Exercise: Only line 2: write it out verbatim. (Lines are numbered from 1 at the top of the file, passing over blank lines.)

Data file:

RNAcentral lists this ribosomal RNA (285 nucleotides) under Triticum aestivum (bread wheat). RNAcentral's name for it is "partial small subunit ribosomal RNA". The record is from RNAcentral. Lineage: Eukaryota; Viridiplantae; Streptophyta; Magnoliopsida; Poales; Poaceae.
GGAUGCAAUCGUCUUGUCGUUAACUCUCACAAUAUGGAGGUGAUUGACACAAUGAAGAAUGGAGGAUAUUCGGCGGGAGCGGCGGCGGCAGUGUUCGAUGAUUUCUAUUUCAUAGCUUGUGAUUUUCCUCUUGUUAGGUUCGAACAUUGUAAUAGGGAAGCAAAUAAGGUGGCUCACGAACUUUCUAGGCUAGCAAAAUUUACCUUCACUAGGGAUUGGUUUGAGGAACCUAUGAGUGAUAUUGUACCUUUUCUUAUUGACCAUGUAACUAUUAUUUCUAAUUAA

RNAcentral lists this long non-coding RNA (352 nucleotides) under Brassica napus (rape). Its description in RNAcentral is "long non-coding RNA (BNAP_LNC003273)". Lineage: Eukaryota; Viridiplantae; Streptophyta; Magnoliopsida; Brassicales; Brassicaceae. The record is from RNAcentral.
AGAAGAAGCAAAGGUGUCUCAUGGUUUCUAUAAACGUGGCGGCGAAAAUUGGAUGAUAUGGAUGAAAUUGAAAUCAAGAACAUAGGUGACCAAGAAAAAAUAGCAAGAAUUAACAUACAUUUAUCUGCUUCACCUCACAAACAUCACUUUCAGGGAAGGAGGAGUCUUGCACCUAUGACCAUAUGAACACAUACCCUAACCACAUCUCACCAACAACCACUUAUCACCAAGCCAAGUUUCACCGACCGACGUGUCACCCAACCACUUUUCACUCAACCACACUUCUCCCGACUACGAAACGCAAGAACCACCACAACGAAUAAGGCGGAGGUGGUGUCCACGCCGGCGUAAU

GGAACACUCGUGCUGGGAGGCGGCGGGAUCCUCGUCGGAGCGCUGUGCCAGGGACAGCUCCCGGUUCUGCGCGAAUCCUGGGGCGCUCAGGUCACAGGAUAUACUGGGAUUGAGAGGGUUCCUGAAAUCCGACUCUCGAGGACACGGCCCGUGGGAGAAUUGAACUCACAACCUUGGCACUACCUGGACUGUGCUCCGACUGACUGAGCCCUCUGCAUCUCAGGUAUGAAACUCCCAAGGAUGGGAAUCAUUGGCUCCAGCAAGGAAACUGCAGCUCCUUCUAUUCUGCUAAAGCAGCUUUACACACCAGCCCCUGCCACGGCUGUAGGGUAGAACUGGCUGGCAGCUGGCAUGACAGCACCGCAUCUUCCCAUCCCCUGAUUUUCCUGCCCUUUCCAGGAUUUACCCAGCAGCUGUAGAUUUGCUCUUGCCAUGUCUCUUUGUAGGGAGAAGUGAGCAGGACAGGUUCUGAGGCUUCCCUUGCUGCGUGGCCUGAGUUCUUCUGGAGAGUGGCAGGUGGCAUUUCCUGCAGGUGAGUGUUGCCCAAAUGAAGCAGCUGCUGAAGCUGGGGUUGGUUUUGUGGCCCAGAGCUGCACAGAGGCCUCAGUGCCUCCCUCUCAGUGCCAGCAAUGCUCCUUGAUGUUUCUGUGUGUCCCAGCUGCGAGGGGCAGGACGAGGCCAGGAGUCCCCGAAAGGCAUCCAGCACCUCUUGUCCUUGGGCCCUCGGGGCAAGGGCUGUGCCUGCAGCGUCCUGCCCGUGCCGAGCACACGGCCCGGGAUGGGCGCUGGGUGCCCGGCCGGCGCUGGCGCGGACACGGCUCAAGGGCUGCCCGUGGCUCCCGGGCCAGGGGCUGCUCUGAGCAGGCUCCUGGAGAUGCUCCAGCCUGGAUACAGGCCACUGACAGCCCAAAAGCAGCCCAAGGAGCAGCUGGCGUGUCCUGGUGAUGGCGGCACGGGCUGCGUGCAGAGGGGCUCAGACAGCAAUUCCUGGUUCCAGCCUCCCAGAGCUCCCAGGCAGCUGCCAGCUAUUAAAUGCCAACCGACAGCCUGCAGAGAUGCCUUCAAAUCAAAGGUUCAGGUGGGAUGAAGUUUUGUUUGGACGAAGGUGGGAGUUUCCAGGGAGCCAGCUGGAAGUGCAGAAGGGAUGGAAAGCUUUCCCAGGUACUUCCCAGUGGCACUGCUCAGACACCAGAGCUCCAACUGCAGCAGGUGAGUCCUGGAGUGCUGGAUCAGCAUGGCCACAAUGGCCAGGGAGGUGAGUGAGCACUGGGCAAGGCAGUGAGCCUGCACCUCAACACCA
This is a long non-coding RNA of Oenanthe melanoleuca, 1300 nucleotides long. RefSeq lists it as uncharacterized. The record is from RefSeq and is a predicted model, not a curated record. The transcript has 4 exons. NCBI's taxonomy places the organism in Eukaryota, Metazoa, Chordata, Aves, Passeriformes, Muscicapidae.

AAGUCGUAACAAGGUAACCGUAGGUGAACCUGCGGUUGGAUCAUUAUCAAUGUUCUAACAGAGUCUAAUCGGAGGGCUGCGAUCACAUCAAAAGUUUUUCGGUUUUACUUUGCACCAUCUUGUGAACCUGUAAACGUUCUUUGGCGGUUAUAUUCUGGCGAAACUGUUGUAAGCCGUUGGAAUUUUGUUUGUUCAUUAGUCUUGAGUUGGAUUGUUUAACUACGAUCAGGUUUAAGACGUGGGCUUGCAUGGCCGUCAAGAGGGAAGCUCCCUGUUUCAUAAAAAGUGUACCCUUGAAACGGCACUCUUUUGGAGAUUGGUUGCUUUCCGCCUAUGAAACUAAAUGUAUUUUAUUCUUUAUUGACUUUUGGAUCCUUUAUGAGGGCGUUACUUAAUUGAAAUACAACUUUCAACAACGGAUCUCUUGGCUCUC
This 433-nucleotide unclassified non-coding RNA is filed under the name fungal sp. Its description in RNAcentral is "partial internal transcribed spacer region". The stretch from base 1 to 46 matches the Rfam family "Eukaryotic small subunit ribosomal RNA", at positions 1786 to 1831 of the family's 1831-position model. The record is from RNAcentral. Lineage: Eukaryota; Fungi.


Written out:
GGAUGCAAUCGUCUUGUCGUUAACUCUCACAAUAUGGAGGUGAUUGACACAAUGAAGAAUGGAGGAUAUUCGGCGGGAGCGGCGGCGGCAGUGUUCGAUGAUUUCUAUUUCAUAGCUUGUGAUUUUCCUCUUGUUAGGUUCGAACAUUGUAAUAGGGAAGCAAAUAAGGUGGCUCACGAACUUUCUAGGCUAGCAAAAUUUACCUUCACUAGGGAUUGGUUUGAGGAACCUAUGAGUGAUAUUGUACCUUUUCUUAUUGACCAUGUAACUAUUAUUUCUAAUUAA